Bonfire restaurant

Jim Conrad, left, waits for a beer with two friends on Monday evening at the Bonfire in downtown Manchester.

MANCHESTER — A Manchester country music restaurant and bar is singing the “Working Man Blues” after paying thousands of dollars to settle a music copyright infringement lawsuit.

More than a dozen music companies, led by Broadcast Music Inc., joined a federal lawsuit to force Bonfire Restaurant and Country Bar/Torched Pizza at 950 Elm St. to either pay the licensing fees or pull the plug on the use of copyrighted music.

Pat Mills, general manager at Bonfire, told the Union Leader on Monday that he wrote a $5,000 check two weeks ago to end the lawsuit. “I believe it is settled,’’ he said.

Bonfire plays music via a jukebox and music videos through Control Play, which provides background music for restaurants and bars, Mills said. In response to an online inquiry, Control Play said it offers licensing at an additional cost.

In the lawsuit, filed on March 29 in U.S. District Court, BMI, which owns 14 million copyrighted musical compositions by 900,000 songwriters, composers and publishers, claims Bonfire has played “at least one song’’ owned by the music companies since it opened in 2017.

Attorney Todd A. Sullivan, who represents BMI, forwarded a request for comment to officials at BMI. Jodie Thomas of BMI said said the copyright laws are important. "Songwriters can be seen as small businesses, who earn their livelihood through music,'' she said.

BMI claims it had reached out more than 30 times by phone, mail and email in an “effort to educate’’ Bonfire NH LLC owner Tanner Herget and The Herget Group LLC about the Copyright Act.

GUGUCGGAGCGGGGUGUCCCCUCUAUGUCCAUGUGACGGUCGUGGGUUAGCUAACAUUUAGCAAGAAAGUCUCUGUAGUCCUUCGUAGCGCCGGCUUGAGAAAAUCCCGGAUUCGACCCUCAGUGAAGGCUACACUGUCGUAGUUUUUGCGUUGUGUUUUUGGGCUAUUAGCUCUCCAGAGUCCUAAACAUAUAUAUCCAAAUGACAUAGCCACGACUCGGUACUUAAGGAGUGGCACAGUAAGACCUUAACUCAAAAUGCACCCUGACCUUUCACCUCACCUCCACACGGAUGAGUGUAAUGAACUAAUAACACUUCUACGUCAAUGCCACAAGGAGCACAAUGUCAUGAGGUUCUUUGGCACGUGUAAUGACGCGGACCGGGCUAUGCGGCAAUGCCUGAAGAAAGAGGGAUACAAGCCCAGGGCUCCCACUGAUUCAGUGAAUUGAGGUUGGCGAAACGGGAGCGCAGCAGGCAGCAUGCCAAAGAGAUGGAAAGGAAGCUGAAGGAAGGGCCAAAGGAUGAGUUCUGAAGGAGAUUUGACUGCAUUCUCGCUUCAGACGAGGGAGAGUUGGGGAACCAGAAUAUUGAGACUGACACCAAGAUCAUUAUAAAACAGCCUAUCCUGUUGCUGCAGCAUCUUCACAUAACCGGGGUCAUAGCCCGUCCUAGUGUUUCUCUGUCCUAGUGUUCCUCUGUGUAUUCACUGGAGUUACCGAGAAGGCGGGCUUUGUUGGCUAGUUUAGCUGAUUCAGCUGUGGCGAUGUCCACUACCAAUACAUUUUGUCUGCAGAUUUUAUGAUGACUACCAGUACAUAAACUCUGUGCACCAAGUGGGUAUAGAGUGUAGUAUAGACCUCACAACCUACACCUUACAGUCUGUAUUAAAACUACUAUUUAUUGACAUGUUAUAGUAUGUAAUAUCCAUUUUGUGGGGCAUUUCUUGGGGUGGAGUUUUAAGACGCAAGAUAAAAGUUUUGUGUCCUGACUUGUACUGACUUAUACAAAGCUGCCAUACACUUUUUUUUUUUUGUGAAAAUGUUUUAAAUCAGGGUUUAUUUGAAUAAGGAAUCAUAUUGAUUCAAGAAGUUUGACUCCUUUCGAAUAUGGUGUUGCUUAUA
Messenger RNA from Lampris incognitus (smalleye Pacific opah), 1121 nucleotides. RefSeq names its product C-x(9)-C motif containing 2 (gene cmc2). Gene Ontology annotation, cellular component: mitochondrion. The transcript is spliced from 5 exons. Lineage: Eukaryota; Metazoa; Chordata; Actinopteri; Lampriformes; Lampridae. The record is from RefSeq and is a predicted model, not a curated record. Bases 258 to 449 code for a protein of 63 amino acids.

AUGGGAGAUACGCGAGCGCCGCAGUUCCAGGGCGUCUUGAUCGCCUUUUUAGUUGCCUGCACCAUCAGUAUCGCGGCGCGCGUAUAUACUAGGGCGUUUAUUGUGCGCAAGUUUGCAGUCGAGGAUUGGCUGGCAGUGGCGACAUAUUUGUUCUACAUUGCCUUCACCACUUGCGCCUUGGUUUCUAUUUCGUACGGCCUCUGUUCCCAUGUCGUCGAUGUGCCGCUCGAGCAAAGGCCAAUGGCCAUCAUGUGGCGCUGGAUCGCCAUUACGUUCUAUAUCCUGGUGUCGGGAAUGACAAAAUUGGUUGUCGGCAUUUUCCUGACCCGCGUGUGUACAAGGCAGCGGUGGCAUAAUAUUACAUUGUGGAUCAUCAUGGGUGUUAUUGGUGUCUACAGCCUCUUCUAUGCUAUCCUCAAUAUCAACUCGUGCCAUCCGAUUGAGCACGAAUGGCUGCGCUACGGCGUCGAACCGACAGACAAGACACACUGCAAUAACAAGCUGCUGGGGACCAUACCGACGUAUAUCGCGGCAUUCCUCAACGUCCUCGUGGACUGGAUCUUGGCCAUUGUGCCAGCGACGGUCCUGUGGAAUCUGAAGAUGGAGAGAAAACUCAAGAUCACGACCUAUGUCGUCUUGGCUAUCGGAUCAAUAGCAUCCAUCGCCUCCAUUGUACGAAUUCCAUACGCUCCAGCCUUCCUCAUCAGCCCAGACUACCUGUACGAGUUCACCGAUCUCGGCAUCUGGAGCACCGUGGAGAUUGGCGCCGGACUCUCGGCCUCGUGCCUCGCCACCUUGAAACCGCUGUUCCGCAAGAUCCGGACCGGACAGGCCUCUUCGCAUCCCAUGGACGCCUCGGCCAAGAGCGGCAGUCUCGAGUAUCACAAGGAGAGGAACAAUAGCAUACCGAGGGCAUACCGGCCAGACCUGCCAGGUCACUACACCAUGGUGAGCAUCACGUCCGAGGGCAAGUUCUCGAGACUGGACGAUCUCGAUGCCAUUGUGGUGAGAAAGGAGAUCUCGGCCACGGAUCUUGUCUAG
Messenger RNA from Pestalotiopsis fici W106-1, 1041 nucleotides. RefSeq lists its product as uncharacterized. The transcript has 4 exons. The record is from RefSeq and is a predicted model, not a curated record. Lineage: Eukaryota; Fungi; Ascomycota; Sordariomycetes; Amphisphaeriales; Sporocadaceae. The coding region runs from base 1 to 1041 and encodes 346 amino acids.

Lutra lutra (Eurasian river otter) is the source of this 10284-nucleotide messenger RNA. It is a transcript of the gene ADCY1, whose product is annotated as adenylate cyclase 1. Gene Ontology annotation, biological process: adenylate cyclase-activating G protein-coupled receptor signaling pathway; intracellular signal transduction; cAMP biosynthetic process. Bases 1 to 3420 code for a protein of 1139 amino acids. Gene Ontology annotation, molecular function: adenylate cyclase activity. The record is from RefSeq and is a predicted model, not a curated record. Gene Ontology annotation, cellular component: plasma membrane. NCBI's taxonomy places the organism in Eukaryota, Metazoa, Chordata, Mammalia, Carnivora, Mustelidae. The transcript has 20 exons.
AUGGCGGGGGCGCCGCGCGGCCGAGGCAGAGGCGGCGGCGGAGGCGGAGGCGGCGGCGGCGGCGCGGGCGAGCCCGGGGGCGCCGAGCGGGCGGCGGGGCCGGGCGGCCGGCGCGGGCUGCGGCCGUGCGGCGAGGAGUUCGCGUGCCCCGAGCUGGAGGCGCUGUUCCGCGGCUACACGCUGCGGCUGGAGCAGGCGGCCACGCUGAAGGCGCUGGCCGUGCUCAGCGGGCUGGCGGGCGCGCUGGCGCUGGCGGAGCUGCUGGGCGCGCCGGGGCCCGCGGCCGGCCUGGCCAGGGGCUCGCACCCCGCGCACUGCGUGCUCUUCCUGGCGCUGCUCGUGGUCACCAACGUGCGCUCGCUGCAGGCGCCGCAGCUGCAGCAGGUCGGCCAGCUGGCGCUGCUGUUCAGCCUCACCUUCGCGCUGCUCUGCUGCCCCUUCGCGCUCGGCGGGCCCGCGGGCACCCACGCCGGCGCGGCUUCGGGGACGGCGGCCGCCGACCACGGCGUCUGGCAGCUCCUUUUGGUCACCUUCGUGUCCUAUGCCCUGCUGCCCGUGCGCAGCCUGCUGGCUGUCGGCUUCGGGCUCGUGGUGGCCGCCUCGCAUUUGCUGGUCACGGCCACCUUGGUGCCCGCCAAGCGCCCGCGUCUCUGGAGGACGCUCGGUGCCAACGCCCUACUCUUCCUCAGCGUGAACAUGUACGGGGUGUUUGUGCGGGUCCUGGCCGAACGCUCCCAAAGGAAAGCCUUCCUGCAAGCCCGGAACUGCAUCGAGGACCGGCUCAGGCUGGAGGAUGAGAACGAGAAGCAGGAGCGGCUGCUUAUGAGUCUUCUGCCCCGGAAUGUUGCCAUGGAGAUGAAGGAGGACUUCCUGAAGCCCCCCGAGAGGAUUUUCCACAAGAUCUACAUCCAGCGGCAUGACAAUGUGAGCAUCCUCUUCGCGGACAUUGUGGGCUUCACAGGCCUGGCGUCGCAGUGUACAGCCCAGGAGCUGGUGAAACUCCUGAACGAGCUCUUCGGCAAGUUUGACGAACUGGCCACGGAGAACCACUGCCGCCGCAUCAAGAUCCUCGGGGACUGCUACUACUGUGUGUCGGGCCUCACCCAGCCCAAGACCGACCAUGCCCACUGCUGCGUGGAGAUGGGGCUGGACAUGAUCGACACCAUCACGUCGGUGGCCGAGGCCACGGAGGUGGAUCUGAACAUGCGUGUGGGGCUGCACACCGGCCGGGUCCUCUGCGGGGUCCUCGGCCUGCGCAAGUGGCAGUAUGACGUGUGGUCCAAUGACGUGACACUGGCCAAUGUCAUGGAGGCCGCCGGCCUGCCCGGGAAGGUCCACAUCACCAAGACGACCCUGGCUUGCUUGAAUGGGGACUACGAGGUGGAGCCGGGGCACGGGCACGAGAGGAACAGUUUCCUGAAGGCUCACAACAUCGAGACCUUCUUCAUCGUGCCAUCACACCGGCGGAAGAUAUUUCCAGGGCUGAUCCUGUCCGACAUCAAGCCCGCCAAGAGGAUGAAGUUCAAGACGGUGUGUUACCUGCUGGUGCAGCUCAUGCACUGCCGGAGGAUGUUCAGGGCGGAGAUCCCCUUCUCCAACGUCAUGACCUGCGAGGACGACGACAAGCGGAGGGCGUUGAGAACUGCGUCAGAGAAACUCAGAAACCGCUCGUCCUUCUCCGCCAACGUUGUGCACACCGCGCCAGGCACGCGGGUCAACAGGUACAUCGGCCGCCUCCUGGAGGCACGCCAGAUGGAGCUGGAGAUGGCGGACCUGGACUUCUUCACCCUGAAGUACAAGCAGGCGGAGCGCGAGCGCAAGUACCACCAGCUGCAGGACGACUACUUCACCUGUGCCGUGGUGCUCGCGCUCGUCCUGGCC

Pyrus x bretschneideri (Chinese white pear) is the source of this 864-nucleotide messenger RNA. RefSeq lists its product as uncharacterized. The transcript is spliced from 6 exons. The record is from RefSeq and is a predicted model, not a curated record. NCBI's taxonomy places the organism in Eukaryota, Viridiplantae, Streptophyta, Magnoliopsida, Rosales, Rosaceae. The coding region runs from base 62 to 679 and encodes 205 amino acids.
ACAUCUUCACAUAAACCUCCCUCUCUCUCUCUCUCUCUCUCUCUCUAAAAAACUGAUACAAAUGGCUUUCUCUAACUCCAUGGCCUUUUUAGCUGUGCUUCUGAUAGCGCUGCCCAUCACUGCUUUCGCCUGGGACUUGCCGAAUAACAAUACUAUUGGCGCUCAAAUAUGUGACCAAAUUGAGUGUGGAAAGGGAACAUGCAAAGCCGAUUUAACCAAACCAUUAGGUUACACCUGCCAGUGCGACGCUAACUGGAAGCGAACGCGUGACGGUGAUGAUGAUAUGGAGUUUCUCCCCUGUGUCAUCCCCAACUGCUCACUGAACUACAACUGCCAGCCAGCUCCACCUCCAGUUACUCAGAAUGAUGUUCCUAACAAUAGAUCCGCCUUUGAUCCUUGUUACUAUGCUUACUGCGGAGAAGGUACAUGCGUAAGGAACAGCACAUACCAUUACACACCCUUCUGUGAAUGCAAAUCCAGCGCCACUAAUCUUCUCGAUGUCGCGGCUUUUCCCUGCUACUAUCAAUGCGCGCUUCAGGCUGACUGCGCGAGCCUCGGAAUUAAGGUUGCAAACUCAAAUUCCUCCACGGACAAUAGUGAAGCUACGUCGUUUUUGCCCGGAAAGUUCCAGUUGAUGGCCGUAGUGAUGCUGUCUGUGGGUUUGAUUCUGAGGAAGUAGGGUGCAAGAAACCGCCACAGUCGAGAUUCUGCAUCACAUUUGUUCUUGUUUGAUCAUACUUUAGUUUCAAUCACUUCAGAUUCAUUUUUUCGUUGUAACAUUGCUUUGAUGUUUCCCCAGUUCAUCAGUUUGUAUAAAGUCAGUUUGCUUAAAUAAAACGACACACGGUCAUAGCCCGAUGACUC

“We weren’t ducking them,’’ Mills said. Bonfire has all the necessary permits from the city, “but we didn’t know about the other licenses.’’

The targeted tunes include songs such as: “Working Man Blues,’’ owned by Sony/ATV songs LLC; “Landslide,” owned by Stevie Nicks’ music company Welsh Witch Music; “Stand by Your Man,’’ owned by EMO Al Gallico Music Corp.. and “When Will I Be Loved,’’ owned by Sony/ATV Songs LLC.

BMI’s annual licensing rates range from $357 for a jukebox to a per person cost for live music. Most lawsuits are settled out of court.

Bonfire is one of a number of bars and restaurants across the country that have been targeted by BMI and other music agencies for copyright infringement.

The Union Leader reported in 2012 that Fody’s Great American Tavern in Nashua was sued for $150,000 by ASCAP because the restaurant had an acoustic guitarist playing a couple of cover songs that belonged to ASCAP. The establishment settled out of court for $4,000.

In 2017, Manhattan on Pearl, a former Nashua bar, was one of more than two dozen businesses in 17 states sued by ASCAP. That case also was settled for an undisclosed amount.

According to Westword, a Colorado-based publication, BMI sued Sand Creek Lounge, a 42-year-old bar in Aurora, Colo., in December 2018 for playing copyrighted music during its karaoke night. Ed’s Hurricane Lounge in Tulsa, Okla., was hit with a similar lawsuit in November 2018.

ASCAP was at the center of a music licensing decision issued in 1917 by the U.S. Supreme Court that required hotels and restaurants that offer music to compensate composers even if the venue doesn’t charge patrons to hear music.

Riverwalk Café, a live music venue in Nashua that offers, jazz, blues, bluegrass, world music, roots and folk, says it has been paying full licensing fees to ASCAP, BMI and SESAC for the last six or seven years, according to owner Steven Ruddock. 

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